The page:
When she began coaching 42 years ago, Sue Cannon had no way of foreseeing that she would drop her anchor in North Texas, or much less still be coaching basketball in the high school ranks.
But life has a way of taking people to new places and, after arriving in Texas in 1975, Cannon has cemented her place as one of the best ever in the state, highlighted by her induction last week into the Texas Girls Coaches Association Hall of Fame.
Cannon attributes much of her success to the many things she learned from legendary college basketball coach Dean Smith, who led the North Carolina men’s program for 36 years, making 11 Final Four appearances and winning two national titles.
Cannon grew up in North Carolina and was a self-proclaimed “UNC-Dean Smith fanatic.” After her undergraduate studies at Florida, she applied and received a graduate assistantship at UNC, where the mentorship began.
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“[Smith] kind of took me under his wing. I went to every one of his practices and took a thousand notes,” she recalls, pointing out that she still has those notes.
“I learned from the best. I consider him one of the best two coaches to ever coach basketball.”
With Smith’s blessing, she was given the reins of the UNC women’s team in 1973. She was also coaching at a local high school at the time, all while trying to finish her master’s program.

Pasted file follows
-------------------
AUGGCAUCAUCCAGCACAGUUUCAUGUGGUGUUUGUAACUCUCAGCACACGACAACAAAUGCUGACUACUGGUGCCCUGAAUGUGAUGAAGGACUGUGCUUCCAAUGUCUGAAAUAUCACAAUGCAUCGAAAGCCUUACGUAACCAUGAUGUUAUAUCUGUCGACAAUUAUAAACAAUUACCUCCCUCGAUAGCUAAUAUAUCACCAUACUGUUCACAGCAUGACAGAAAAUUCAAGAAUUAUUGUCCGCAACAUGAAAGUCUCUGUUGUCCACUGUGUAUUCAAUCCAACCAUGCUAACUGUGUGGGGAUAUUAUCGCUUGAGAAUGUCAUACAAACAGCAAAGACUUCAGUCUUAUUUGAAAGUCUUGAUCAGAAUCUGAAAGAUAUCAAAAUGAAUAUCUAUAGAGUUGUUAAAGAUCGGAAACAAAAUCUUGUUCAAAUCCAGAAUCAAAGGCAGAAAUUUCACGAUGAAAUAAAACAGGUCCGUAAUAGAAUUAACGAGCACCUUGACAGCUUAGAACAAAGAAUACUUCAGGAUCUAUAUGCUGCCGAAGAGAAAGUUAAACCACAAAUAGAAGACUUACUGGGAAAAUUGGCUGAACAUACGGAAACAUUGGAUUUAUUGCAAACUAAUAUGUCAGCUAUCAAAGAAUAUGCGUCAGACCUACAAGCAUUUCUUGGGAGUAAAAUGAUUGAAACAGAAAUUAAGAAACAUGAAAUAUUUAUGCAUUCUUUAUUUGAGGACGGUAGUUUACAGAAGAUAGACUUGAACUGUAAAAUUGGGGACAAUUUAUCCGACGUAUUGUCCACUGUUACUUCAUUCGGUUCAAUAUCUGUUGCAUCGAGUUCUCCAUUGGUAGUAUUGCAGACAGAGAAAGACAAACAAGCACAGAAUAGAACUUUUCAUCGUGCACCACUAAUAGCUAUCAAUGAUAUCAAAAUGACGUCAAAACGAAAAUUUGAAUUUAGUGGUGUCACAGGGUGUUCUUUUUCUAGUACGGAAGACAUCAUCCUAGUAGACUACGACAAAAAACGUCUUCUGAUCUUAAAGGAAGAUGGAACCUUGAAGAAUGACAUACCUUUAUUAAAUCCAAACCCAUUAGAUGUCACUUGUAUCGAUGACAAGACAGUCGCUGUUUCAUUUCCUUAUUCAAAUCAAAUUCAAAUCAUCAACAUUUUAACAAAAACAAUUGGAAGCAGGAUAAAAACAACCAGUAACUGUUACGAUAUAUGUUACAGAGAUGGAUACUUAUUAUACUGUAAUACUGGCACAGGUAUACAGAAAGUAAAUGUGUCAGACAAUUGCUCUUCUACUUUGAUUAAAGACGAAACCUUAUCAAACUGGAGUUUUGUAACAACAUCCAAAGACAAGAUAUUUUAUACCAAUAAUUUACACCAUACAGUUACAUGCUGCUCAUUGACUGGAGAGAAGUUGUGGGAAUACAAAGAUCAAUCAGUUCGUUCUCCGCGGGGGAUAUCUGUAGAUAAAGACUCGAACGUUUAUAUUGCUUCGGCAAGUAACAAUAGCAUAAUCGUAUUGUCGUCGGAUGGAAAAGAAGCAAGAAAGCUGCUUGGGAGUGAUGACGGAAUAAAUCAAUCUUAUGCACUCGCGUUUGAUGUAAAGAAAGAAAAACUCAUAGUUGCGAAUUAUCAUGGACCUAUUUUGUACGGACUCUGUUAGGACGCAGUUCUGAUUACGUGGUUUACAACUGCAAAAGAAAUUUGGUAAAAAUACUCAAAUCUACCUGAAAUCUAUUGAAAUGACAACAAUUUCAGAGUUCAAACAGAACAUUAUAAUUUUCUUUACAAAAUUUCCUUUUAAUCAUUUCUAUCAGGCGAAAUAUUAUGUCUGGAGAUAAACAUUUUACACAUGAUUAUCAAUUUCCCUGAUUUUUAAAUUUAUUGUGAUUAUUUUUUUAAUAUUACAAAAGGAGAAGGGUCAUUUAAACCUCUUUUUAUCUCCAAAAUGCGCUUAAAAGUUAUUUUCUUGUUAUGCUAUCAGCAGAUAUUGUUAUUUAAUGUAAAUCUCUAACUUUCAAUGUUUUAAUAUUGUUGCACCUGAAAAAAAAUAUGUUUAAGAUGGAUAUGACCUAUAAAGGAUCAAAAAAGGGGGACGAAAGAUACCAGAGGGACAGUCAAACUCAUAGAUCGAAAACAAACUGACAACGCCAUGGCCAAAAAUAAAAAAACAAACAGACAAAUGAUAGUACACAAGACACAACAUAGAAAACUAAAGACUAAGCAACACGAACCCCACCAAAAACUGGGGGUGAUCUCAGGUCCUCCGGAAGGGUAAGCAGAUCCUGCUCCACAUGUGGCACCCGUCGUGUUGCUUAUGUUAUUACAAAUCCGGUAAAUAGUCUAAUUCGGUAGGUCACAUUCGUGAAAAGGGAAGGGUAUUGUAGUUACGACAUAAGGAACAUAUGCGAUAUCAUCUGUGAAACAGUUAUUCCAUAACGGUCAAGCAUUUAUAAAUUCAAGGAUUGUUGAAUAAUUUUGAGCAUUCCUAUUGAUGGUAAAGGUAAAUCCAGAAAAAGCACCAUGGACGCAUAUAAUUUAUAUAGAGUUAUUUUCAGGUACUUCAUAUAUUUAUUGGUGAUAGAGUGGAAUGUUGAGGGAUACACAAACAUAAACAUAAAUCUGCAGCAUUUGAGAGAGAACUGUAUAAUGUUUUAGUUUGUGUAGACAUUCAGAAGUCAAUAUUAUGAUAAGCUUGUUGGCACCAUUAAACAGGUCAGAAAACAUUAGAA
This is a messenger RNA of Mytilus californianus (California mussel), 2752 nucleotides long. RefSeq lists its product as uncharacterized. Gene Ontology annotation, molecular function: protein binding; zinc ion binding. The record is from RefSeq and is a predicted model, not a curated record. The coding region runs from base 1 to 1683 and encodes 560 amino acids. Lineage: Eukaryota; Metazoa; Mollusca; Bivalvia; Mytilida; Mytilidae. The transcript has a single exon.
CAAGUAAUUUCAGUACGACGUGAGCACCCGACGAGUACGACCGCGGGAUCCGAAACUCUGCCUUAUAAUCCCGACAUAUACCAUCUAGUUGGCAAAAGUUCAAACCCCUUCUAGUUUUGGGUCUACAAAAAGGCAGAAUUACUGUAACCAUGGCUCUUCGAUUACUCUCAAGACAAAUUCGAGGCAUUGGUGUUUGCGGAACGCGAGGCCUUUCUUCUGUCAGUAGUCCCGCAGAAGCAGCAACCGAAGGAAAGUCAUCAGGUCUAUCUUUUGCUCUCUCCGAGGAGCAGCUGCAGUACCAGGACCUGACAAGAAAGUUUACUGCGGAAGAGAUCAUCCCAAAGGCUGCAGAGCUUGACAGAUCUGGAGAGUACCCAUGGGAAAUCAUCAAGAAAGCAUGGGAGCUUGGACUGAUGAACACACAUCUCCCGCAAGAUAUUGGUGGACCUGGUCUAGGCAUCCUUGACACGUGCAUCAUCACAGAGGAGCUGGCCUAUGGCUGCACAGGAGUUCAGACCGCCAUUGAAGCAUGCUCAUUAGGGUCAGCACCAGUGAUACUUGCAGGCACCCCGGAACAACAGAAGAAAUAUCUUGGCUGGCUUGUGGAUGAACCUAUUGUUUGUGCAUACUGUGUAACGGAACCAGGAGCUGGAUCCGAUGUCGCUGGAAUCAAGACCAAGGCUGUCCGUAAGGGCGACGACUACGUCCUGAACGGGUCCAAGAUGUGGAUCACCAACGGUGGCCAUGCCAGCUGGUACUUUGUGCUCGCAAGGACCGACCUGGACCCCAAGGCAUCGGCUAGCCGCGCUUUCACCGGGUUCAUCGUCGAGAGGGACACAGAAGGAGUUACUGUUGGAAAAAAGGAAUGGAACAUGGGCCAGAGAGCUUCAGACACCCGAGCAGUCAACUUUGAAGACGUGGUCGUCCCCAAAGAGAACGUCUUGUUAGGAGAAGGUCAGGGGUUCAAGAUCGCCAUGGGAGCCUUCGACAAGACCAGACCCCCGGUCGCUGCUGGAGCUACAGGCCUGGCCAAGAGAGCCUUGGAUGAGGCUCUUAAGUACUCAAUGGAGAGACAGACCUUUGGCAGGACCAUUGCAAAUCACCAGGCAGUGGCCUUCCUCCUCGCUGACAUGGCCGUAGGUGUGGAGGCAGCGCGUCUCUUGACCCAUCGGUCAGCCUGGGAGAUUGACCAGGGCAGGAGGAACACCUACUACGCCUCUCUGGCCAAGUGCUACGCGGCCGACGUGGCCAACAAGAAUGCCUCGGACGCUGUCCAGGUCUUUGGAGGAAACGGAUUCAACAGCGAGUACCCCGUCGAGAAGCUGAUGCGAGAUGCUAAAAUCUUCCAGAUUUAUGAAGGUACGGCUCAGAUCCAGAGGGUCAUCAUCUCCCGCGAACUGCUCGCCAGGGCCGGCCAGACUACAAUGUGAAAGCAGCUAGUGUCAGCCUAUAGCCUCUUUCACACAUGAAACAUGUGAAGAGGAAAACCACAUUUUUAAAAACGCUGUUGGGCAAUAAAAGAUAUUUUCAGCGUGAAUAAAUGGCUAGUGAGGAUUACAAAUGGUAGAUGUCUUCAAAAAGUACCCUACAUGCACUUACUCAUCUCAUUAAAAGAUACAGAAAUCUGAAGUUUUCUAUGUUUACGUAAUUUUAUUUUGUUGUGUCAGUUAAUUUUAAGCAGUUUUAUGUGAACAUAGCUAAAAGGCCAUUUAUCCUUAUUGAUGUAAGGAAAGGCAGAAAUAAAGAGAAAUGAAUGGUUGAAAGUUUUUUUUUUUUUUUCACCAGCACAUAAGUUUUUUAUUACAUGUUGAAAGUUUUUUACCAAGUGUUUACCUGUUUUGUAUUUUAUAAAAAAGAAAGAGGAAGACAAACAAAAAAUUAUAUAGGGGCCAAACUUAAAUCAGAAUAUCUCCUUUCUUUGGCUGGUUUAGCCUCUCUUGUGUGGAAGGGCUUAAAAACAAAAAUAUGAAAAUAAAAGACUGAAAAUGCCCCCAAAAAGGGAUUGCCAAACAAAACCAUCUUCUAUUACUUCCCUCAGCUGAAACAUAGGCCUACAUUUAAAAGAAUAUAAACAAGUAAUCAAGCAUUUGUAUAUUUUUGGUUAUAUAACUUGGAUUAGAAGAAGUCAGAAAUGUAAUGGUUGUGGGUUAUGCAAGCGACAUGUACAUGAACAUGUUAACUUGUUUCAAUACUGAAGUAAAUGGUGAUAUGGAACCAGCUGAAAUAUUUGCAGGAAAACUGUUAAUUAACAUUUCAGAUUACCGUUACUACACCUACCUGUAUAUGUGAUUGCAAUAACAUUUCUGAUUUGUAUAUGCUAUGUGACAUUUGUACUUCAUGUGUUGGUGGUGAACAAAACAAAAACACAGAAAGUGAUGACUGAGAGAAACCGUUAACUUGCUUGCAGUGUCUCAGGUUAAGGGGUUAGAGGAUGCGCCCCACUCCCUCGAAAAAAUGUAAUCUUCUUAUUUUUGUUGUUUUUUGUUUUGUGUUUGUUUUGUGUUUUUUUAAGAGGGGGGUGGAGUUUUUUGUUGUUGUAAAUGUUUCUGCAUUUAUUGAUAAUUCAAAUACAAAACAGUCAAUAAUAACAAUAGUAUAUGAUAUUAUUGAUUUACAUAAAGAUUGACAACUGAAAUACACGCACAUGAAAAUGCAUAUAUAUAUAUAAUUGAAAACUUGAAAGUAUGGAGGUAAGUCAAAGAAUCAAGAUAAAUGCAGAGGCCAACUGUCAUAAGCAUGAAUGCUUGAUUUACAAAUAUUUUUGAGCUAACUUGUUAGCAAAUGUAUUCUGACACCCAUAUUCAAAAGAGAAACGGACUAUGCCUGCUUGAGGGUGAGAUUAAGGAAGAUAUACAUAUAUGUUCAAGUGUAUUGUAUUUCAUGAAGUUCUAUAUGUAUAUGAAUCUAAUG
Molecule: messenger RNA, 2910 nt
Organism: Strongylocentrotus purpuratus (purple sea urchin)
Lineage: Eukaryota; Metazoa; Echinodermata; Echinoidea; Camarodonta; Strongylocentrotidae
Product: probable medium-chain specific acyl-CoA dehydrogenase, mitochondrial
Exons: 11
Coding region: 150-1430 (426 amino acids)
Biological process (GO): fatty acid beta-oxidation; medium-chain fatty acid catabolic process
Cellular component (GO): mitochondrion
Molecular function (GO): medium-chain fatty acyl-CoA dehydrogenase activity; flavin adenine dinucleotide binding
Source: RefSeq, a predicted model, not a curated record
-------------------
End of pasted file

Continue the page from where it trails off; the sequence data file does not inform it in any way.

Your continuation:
A year later, Smith next moved to Texas with plans to earn her doctorate and return to college coaching. She took a position at Bishop Byrne High School in Port Arthur, and her roots in Texas coaching were planted.
“I was just so excited in North Carolina, even though I was coaching high school and UNC and just being around Coach Smith,” Cannon said. “But that first year working with those kids at Bishop Byrne, it really got in my blood, because in high school you take a group of whoever you get and you mold them into a team.
“In college, it’s gotten to who you recruit and what is your recruiting budget. That whole thing kind of turns me off.”
Byrne was a small school, and as such, the same group of students played volleyball, softball and basketball. Cannon coached them all.
“We actually won the state championship in volleyball,” she said. “But I never told anybody because I never wanted to coach volleyball.”
In 1976, Cannon moved to West Orange Stark, where she built a successful basketball program over a decade, advancing to the playoffs each year.
It was also in that span when she got heavily involved in the Texas Girls Coaches Association, which showed its appreciation last week by making her one of only 37 inductees into the Hall of Fame of the 61-year-old organization.
More than 20 former players, as well as friends and family, were in attendance.
“It was awesome. I was very humbled and it was a tremendous honor,” Cannon said.
Cannon has been the head basketball coach at Euless Trinity since 1986, also serving as the athletic coordinator for the last 16 years.
Last season she eclipsed 1,000 career victories as a basketball coach.
“I absolutely love my job. I love what I do and wouldn’t trade it for the world,” she said. “I work with such great people. I don’t remember ever a day waking and thinking, ‘I don’t want to go to work.’ I know when that day comes, it will be time for me to leave.”
But for now, retirement isn’t even on the horizon.
“I have no plans for retirement,” she said. “So thank goodness they like me and they tell me I can stay as long as I want to.”